At its core, protracted withdrawal represents the physiological and psychological adjustments the body undergoes after the cessation of substance use.
What Is Protracted Withdrawal?
Protracted withdrawal is a continuation of the withdrawal process and can last several months or even years. The length of time that protracted withdrawal lasts depends on the amount of drugs or alcohol that were being consumed and for how long it was being consumed.
Protracted Withdrawal Common Symptoms
Most people experience protracted withdrawal common symptoms once they’ve stopped the use of drugs or alcohol. The most common protracted withdrawal symptoms include:
- Nausea and vomiting
- Insomnia, or an inability to sleep
- Drug cravings
- Memory loss
Though the above-mentioned side effects are the most common, there are various other symptoms and issues.
People can have mood swings and can either lash out or isolate themselves. Memory loss can also be experienced along with cognitive impairment, and emotional and psychological issues.
Individuals may experience a decrease in their sex lives in the early stages of withdrawal. The lack of sex drive can be associated with the chemical process in the brain while going through withdrawal.
What Is Acute Withdrawal?
Acute withdrawal, which is commonly just referred to as withdrawal, is when you abruptly stop using certain substances such as drugs or alcohol. It is the initial phase and is considered the detoxification period.
Protracted withdrawal and acute withdrawal are both typical phases in the addiction cycle. However, protracted withdrawal is when signs and symptoms
persist longer than the acute withdrawal period or longer than expected.
Acute withdrawal symptoms can begin as early as a few hours after discontinuing the substance and last days or weeks. The initial withdrawal can cause physical and psychological symptoms, including:
- Muscle aches
- Mood swings
Protracted Withdrawal Syndrome (PWS) vs Post-Acute Withdrawal Syndrome (PAWS)
Both syndromes are common for people struggling to quit their addiction. Post-acute withdrawal syndrome (PAWS), as mentioned above, is the first phase of withdrawal. Protracted withdrawal syndrome (PWS) is the extension or prolonged effect after the first withdrawal symptoms.
Post-acute withdrawal syndrome (PAWS) is withdrawal symptoms that last a few days to a few weeks. In contrast, Protracted Withdrawal Syndrome (PWS) can last from a few months to a few years.
Post-acute withdrawal (PAWS) is more physical symptoms like nausea, vomiting, and dizziness. Protracted withdrawal (PWS) is more the psychological symptoms such as mood swings, depression, and anxiety.
Post-acute withdrawal pertains more to individuals with substance abuse issues. Protracted withdrawal syndrome (PWS) pertains to individuals who have abused substances in more significant amounts and longer periods of time.
Benzodiazepine Protracted Withdrawal
Withdrawal from benzodiazepines doesn’t have a set time frame. Benzodiazepine protracted withdrawal is a lengthy process with no shortcuts. Usage of benzodiazepine, whether illegal, like heroin, or prescribed by medical professionals, is tough to overcome. Tolerance for benzodiazepine does not develop in an equal balance in your brain, therefore making the withdrawal process that much more difficult.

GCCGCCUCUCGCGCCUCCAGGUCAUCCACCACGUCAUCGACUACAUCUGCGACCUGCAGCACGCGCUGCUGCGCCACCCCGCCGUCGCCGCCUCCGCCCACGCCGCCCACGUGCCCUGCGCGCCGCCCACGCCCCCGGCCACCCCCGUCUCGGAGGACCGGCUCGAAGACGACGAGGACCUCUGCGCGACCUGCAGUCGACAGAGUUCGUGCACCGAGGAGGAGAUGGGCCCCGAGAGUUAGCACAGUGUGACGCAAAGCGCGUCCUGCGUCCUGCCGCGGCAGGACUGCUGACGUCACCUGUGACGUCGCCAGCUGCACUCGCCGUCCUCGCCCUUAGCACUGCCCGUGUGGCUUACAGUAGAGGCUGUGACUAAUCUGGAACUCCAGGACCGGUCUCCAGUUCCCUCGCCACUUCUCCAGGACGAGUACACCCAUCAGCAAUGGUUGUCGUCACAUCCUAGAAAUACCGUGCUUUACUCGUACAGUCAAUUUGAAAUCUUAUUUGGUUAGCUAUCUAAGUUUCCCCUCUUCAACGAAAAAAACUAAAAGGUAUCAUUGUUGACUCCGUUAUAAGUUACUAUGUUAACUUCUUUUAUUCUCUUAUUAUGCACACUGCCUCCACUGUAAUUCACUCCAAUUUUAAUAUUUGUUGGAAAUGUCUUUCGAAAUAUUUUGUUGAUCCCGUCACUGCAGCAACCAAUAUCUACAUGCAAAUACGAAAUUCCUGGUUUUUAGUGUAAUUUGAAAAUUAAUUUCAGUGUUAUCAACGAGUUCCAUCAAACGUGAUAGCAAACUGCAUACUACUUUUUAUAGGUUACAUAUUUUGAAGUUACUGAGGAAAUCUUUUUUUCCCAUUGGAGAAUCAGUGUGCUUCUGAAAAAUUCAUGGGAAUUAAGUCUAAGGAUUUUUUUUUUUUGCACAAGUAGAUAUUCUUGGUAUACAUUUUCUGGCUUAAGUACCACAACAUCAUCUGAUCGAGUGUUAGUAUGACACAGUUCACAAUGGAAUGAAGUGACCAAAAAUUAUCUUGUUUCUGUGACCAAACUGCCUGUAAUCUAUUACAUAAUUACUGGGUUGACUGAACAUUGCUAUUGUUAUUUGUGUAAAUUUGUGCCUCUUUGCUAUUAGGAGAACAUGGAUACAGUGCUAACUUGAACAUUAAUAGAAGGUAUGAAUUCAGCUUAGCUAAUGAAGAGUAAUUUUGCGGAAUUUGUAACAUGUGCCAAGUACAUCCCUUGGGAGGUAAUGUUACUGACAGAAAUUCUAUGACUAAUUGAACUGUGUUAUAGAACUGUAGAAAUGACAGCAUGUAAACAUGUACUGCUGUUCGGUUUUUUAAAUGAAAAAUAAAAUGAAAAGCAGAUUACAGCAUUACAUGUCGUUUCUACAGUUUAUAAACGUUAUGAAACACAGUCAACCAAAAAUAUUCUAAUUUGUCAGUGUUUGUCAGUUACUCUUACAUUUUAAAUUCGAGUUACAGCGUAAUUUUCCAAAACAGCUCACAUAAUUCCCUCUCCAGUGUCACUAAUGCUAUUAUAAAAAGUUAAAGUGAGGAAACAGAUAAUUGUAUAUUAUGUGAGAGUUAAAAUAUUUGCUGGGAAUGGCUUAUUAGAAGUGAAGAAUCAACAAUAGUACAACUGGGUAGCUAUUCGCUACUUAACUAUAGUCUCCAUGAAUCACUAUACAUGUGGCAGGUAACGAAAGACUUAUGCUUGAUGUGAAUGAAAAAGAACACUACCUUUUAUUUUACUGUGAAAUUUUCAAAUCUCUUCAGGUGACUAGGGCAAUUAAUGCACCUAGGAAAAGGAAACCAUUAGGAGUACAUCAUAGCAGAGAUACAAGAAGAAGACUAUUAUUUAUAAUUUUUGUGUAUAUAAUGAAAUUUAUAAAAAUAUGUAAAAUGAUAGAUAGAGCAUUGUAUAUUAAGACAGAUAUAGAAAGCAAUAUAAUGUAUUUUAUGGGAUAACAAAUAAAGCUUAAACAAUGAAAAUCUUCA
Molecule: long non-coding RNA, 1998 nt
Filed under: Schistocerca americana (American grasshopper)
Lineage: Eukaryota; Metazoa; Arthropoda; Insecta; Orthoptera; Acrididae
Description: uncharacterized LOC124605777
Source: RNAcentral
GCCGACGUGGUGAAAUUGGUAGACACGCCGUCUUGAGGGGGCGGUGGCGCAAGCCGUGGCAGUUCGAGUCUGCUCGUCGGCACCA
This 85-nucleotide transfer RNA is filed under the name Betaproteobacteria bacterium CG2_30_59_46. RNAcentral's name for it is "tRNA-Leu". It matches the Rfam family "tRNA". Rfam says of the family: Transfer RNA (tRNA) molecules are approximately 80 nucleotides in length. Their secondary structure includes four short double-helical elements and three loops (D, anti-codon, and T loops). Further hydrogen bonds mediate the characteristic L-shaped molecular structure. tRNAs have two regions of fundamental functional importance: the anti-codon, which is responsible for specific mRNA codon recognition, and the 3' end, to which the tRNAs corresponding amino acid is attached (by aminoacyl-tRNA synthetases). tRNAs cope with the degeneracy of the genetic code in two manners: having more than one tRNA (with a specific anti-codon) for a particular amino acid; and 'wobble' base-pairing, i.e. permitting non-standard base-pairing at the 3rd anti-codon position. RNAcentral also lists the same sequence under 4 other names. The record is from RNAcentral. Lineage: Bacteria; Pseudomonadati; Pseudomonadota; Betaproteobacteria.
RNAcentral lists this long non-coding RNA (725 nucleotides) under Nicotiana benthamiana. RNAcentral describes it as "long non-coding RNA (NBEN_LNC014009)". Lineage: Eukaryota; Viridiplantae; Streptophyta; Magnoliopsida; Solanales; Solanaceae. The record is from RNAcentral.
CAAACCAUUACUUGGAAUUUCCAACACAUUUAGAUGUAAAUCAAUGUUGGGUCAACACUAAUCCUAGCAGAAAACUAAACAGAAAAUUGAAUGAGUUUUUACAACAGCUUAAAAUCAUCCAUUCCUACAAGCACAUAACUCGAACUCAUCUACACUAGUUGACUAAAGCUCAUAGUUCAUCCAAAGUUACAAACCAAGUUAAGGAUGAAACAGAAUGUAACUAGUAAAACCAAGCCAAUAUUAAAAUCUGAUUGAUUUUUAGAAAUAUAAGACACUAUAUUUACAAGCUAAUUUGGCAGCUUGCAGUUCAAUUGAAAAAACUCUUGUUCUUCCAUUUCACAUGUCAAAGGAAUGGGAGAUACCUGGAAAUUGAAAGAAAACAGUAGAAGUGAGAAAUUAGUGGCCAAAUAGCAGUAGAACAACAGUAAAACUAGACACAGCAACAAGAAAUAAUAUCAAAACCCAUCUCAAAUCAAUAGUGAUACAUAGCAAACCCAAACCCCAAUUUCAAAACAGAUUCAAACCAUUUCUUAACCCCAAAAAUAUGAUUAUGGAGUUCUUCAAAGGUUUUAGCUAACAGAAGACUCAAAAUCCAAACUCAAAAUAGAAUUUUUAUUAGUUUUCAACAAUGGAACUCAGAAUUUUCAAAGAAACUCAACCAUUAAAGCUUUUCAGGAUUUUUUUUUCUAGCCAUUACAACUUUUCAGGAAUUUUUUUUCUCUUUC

Protracted withdrawal symptoms from benzodiazepine are considered one of the hardest and most dangerous forms of withdrawal. Withdrawal symptoms from benzodiazepine are very similar to withdrawal symptoms from alcohol.
Benzodiazepine withdrawal syndrome can cause changes in your sleeping habits, increase tension, cause panic attacks, heart palpitations, seizures, and many other severe symptoms.
Benzodiazepine protracted withdrawal symptoms can cause life-threatening seizures. These are a few of the other benzodiazepine protracted withdrawal symptoms:
Benzodiazepine withdrawal syndrome can cause changes in your sleeping habits, increase tension, panic attacks, heart palpitations, and many other symptoms.
Prevent Relapse and Withdraw Safely with White Oak Recovery Center
In the U.S., drug dependence has been increasing at an alarming rate, which has resulted in an outrageous number of deaths. Not all cases have been due to opioid drugs such as heroin or fentanyl, like you might think. It is also from benzodiazepines.
People in recovery are always at risk of relapse, which is why it is not recommended to try and stop the drug or alcohol use cold turkey. Serious and even life-threatening withdrawal symptoms from long-time drug and alcohol abuse, including antidepressants and benzodiazepines, have led to major health concerns.
White Oak Recovery Center is an accredited and licensed rehabilitation treatment facility that provides residential treatment and behavioral therapy, such as cognitive behavioral therapy (CBT). We know how difficult and scary taking this first step can be. Our staff is licensed to help you with your specific needs and will guide you through our admissions process.
White Oak Recovery Center will provide all the necessary tools to start your new journey. Our goal is to guide you through the entire process with our medical treatment programs to help prevent relapse. White Oak Recovery Center has a proven and caring system to help you recover long-term.
WORC provides residential treatment, medical detox, dual diagnosis, and medication-assisted treatment. Our center is ready to provide you with the individual guidance you need to recover. If you, a friend, or a loved one needs professional, caring, and experienced treatment, we are here. Reach out today.